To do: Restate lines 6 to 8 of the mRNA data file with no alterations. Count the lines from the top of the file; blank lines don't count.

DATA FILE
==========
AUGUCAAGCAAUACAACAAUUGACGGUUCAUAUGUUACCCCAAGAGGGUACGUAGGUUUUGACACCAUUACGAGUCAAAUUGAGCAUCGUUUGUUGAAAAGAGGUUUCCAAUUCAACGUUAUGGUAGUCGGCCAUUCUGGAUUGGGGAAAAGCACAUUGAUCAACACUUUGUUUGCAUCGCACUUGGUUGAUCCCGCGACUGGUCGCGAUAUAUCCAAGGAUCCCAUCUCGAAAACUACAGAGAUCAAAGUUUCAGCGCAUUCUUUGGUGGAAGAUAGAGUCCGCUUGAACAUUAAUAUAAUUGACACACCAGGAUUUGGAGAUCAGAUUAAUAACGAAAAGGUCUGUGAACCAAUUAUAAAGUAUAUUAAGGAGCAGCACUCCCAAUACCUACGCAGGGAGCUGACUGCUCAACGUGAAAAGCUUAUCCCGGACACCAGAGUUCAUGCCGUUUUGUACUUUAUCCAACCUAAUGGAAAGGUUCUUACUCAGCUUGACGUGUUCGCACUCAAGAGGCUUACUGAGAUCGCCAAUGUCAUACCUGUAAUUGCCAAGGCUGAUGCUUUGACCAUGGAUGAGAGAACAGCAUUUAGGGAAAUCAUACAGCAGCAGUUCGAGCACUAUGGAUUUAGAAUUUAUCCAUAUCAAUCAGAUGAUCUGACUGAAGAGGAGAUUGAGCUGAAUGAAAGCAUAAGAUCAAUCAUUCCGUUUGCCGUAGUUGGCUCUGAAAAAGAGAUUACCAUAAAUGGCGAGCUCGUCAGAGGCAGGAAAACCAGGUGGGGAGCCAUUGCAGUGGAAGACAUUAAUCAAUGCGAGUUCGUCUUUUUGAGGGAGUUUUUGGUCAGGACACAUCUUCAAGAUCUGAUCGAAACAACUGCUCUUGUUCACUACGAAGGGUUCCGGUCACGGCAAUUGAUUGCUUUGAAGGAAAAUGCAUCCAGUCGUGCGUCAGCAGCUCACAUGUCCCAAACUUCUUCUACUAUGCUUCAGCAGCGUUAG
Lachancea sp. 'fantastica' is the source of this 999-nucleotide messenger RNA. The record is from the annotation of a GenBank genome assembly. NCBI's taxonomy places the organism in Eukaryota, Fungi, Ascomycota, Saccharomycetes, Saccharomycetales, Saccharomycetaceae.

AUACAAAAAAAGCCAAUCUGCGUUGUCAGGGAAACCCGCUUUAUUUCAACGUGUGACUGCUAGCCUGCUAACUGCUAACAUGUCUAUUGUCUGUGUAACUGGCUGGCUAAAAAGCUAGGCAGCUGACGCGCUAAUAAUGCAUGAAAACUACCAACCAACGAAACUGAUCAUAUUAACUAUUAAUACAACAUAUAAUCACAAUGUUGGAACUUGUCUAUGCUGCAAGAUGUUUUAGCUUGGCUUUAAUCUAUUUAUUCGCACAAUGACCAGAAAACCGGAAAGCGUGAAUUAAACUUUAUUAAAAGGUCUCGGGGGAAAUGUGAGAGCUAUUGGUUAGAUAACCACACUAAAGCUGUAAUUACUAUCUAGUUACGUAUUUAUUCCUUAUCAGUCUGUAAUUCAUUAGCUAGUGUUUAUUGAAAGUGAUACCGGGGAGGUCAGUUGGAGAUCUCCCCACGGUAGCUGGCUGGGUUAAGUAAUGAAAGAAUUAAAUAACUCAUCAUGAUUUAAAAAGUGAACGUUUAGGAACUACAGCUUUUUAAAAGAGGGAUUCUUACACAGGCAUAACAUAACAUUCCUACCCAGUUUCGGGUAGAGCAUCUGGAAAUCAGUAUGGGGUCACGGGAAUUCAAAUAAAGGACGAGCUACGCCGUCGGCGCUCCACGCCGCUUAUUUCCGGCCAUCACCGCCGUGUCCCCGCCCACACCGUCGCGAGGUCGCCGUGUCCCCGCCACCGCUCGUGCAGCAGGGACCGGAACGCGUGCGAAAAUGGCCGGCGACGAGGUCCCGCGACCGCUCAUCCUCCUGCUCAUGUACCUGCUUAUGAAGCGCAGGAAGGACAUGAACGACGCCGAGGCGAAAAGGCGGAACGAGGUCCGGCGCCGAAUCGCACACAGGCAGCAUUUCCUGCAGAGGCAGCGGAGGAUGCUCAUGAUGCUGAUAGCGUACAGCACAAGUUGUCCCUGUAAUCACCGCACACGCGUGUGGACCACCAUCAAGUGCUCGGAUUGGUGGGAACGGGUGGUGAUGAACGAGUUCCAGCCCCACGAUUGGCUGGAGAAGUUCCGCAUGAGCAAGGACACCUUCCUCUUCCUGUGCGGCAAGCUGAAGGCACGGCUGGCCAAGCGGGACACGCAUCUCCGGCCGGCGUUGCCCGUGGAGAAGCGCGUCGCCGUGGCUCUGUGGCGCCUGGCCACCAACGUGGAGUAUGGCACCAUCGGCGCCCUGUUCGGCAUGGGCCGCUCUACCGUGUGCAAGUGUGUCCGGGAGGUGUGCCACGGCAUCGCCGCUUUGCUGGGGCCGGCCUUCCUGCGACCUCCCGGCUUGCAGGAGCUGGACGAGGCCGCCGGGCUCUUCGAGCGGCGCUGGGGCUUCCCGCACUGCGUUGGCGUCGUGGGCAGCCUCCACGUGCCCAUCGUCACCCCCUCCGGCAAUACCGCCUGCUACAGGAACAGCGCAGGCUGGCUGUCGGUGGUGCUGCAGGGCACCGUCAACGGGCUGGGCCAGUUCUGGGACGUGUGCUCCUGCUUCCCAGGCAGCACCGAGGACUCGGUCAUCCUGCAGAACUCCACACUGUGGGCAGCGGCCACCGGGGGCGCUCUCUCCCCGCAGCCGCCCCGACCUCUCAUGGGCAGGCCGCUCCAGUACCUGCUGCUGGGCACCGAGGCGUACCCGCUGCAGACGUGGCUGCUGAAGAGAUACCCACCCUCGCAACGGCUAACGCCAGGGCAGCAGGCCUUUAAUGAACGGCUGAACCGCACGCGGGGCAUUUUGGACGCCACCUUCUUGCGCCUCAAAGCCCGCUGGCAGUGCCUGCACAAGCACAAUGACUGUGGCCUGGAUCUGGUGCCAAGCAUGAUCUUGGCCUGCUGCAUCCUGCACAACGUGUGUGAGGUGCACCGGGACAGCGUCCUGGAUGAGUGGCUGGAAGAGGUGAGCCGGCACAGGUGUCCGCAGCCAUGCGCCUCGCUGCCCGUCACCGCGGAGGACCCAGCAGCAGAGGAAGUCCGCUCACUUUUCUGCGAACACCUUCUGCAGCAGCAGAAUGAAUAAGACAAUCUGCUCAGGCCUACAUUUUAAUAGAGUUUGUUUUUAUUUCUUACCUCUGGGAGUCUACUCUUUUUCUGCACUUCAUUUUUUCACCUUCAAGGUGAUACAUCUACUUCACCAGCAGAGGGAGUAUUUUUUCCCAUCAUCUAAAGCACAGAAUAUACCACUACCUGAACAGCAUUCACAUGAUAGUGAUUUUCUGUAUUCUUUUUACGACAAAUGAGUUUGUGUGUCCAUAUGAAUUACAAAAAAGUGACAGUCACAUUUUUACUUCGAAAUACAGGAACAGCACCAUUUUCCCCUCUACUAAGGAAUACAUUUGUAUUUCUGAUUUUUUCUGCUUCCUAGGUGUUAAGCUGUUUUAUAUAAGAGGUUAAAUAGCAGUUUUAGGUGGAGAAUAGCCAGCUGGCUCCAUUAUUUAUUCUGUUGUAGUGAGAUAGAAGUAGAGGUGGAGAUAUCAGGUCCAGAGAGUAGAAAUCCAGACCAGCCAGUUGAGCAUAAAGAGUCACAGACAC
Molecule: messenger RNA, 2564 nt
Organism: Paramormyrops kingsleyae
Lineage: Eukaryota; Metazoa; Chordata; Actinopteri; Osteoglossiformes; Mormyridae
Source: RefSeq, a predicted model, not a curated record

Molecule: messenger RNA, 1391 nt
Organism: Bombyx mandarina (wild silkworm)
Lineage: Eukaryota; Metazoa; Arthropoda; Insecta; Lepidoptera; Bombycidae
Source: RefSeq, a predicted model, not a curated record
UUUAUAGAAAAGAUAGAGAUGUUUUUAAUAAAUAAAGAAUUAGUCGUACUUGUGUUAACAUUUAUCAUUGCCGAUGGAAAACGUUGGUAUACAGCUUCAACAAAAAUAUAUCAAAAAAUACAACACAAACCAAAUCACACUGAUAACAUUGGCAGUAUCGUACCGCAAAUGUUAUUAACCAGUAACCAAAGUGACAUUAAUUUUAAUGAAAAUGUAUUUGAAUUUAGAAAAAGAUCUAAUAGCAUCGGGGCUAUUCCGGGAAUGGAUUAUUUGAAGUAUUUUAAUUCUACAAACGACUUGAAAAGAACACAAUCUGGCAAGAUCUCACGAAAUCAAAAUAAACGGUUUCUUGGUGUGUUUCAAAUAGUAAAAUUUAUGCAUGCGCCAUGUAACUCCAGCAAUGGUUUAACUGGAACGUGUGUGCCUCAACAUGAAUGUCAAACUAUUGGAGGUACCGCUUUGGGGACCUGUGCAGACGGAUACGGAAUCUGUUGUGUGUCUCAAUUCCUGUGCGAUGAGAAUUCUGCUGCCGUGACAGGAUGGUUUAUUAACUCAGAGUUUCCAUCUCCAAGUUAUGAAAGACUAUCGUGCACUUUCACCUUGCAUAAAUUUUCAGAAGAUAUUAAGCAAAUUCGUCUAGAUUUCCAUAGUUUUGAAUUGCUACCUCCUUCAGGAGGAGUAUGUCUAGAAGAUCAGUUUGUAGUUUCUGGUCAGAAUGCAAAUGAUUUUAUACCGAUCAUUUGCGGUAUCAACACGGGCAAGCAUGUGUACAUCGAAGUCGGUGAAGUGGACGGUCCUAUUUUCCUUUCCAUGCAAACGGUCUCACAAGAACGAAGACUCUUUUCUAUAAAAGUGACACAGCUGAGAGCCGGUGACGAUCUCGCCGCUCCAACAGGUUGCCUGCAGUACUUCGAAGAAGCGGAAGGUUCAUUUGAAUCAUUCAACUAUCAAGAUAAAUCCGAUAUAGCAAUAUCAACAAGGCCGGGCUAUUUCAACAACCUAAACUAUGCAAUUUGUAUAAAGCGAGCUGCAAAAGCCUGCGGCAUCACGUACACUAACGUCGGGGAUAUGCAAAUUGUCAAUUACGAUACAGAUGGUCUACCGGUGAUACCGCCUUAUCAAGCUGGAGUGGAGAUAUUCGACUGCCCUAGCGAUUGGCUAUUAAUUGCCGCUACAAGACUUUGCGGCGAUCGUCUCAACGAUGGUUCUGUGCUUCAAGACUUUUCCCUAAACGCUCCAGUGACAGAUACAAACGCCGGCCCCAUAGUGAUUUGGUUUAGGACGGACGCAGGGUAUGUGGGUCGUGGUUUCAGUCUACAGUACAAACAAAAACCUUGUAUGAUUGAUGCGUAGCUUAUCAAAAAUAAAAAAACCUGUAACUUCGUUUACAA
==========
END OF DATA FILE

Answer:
Lineage: Eukaryota; Metazoa; Chordata; Actinopteri; Osteoglossiformes; Mormyridae
Source: RefSeq, a predicted model, not a curated record

Molecule: messenger RNA, 1391 nt